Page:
by The Inlander & r & A Good Year

Peter Mayle's slight novel about a London workaholic who inherits a vineyard and home in Provence gets an excellent trim and tune-up in Ridley Scott's adaptation. Russell Crowe stars and shows off his soft side as Max, a cad who's probably a nice guy and might just take to this new life. Complications arise when a young American woman (Abbie Cornish) arrives claiming to be the heiress. Romance is in the air when Max meets French firebrand Fanny (Marion Cotillard). Totally charming stuff. (ES) Rated PG-13


Director Alejandro Gonz & aacute;lez I & ntilde; & aacute;rritu and screenwriter Guillermo Arriaga make beautiful, joyless films. The third and likely final collaboration between the two concludes a really good trilogy (also including Amores Perros and 21 Grams) about guilt, blame and loss with a just OK meditation on the similar way people grieve and blame all over the globe. From sexually reactive Japanese teens to an affluent, unhappy American couple (Brad Pitt and Cate Blanchett, both very good), this film proves we're all connected and we're all sad. Good call. (LB) Rated R


The funniest film of the year (of the decade?) is also the most politically incorrect. And that's what makes it so funny. Sacha Baron Cohen brings his Kazakhstani TV journalist character, Borat, to the screen in a faux documentary road trip across America. The shtick is that Borat never comes out of character, and meets up with a lot of unsuspecting Americans who aren't brought in on the joke. He's an imbecilic, racist misogynist who has no idea he's doing anything wrong. A special nude sequence will leave you howling. (ES) Rated R


Real-life footage of bugs (mainly a praying mantis and a caterpillar) tells the story of their life in the rain forest. The IMAX screen closes in on the insects with a childlike intensity, but the directors have spiced things up with occasional effects -- such as Mantis Vision. Judi Dench, the film's narrator, brings a Shakespearean relish to discussions of what it feels like to eat your opponent's head. The music is over the top, lending the short film the feel of a live cartoon. The ending is schmaltzy, but redeems the bugs with a treatment that transcends simplistic "circle of life" stuff. (MD) Imax, Not Rated


Martin Scorsese returns to form in this gritty remake of a 2002 Hong Kong film. Set in contemporary Boston, the story's premise is that the cops have a rat (Leonardo DiCaprio) in mobster Jack Nicholson's Irish gang, and Nicholson has one (Matt Damon) infiltrating the cops. Suspicions within both camps run rampant, and raw violence is never very far from center-screen. Solid acting from all, tragedy of Shakespearean proportions, and an eclectic rock soundtrack. (ES) Rated R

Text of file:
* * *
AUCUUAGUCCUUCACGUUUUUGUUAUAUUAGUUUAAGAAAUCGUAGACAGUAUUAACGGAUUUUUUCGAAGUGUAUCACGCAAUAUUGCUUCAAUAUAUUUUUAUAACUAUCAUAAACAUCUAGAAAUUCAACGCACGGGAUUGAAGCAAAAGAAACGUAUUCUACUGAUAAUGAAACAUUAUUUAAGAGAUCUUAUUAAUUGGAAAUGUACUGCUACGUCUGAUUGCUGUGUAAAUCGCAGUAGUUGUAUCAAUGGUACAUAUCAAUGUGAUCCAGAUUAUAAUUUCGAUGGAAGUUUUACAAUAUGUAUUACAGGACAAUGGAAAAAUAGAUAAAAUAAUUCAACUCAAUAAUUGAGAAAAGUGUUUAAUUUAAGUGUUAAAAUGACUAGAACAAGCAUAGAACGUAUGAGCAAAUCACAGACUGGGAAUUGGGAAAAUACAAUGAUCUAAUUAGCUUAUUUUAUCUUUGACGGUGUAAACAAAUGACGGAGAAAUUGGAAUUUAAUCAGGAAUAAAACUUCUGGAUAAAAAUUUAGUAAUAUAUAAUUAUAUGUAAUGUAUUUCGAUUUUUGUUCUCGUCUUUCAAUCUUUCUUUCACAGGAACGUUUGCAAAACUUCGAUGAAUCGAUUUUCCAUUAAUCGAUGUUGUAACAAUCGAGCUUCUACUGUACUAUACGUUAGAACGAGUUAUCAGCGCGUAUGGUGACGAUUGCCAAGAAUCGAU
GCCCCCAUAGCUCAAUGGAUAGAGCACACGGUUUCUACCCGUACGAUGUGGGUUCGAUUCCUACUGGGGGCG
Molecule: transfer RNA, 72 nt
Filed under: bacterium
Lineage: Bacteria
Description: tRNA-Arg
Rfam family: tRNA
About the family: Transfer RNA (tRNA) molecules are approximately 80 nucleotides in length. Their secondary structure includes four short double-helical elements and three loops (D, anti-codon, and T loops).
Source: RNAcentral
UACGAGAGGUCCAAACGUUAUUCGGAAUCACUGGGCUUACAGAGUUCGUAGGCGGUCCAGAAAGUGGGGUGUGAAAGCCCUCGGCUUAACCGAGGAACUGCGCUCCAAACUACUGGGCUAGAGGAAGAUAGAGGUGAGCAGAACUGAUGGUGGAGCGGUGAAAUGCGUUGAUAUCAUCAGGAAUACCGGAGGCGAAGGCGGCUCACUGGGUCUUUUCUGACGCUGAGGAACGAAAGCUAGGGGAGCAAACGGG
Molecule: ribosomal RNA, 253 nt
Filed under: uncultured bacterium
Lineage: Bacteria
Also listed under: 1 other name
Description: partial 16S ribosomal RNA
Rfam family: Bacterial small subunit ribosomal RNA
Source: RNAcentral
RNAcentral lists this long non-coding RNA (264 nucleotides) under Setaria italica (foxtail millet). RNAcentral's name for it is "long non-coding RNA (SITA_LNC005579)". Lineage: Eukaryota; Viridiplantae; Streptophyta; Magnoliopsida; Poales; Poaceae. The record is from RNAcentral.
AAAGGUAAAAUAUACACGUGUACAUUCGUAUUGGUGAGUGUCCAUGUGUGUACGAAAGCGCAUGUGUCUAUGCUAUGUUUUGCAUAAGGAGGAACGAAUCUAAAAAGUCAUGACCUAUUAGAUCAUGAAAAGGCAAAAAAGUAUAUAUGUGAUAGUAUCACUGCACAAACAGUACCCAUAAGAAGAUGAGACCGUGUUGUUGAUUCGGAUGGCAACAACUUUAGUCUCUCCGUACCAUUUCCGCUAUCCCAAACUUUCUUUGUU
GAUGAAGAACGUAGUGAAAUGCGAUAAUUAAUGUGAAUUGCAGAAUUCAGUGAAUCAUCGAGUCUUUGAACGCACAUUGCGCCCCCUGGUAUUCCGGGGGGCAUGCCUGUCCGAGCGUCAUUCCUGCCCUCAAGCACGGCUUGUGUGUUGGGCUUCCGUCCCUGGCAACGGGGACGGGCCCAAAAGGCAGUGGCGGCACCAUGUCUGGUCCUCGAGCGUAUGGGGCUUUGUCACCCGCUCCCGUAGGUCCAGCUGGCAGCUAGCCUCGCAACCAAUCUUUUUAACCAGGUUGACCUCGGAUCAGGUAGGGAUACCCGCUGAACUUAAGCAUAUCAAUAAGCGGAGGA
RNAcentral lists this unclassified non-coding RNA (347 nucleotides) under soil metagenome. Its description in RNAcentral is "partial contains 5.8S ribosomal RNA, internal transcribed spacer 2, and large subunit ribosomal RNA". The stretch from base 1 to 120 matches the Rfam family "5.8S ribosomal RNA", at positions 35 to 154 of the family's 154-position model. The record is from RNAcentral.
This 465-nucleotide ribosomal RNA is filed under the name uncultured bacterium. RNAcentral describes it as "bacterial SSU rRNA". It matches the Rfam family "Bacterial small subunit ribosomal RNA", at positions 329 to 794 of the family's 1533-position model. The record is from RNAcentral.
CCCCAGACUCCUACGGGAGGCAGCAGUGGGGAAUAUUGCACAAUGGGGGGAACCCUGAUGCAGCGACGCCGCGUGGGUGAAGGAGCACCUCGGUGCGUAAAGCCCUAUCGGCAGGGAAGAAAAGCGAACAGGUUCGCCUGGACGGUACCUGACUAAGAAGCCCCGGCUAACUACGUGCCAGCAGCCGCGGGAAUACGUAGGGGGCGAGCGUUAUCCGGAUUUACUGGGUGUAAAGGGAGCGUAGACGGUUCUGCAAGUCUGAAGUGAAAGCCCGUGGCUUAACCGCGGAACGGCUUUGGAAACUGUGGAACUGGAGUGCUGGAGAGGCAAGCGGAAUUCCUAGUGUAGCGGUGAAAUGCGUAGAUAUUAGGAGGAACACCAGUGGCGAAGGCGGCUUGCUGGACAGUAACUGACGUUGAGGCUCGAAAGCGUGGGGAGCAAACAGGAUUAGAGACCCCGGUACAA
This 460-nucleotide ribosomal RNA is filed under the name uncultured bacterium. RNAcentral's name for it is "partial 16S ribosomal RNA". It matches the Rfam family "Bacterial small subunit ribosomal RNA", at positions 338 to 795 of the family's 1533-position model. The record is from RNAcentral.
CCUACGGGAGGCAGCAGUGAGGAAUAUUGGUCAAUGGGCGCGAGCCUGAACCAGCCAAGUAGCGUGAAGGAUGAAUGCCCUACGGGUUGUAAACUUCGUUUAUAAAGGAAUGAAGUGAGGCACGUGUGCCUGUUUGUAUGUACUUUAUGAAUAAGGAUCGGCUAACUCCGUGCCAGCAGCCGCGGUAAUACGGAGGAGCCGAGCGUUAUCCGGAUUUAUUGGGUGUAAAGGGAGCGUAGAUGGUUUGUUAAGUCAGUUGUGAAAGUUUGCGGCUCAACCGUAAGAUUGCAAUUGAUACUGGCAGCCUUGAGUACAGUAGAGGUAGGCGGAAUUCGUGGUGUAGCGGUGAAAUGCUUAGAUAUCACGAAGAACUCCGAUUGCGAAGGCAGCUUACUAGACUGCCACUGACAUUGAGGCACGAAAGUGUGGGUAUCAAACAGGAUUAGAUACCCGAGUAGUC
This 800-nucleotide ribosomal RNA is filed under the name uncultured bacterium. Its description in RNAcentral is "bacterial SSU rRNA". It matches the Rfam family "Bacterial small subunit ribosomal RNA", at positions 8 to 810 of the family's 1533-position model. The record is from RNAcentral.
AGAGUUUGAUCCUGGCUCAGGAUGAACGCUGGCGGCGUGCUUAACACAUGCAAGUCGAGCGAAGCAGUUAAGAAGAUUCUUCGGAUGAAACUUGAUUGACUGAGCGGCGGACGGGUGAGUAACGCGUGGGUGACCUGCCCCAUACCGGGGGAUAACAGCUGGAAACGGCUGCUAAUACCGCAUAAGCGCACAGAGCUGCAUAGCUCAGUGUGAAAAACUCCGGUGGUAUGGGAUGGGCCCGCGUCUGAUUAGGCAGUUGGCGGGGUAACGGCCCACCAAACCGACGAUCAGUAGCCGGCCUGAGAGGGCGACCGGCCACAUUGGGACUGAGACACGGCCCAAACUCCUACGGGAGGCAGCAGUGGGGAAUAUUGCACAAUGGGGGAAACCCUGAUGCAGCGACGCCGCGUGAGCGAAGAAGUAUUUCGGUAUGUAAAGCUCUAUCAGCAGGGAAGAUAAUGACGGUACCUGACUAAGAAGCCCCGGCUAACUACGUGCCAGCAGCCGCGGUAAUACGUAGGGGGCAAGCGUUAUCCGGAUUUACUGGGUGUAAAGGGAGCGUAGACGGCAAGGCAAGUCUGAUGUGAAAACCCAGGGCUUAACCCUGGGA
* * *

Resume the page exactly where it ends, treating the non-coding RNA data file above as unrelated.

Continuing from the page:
The photo of six Marines planting an American flag on Iwo Jima became iconic from the moment it ran on the covers of newspapers across the States. Clint Eastwood's film of the book looks at the troubled lives of three of those men during and after the days when they were labeled heroes and forced by the military to shill for war bonds. Horrific war scenes mix with introspective emotional sequences, resulting in a story that's both patriotic and damning. This is a major triumph for Eastwood, one of America's best filmmakers. (ES) Rated R


The book (My Friend Flicka) is about a boy and a horse, but this film remake of the adaptation goes the girly route. On a ranch -- one that needs saving, like so many -- a girl (Alison Lohman) wants to prove herself capable of taking over the family business by riding a wild horse. Tim McGraw as Daddy means this will be a coming-of-age in the saddle story for proto-agricultural feminists. Rated PG

Flushed Away

Nick Park had no hand in this film, meaning it's missing the spear point of Aardman Studio's three Oscar wins (two for Wallace & amp; Gromit shorts, one for last year's W & amp;G feature debut, The Curse of the Were-Rabbit). As you might expect, then, the comic irreverence of Aardman's best work is blunted here and dulled, but not entirely worn down. Despite that, and a plot and main character so purile as to be almost unwatchable initially, Flushed Away works if you sit tight. Make it past the first 15 minutes, and you'll find yourself laughing through the final 70. (LB) Rated PG


Kevin Costner plays an aging Coast Guard rescue instructor, Ashton Kutcher is his feistiest student, there is much clashing between them as training progresses (till the script, not very cleverly, gets them drinking beers together). Both guys are pretty good in the parts, but the film plops clich & eacute; upon clich & eacute; and features what could be the highest-number of slow-motion shots ever seen onscreen. (ES) Rated PG-13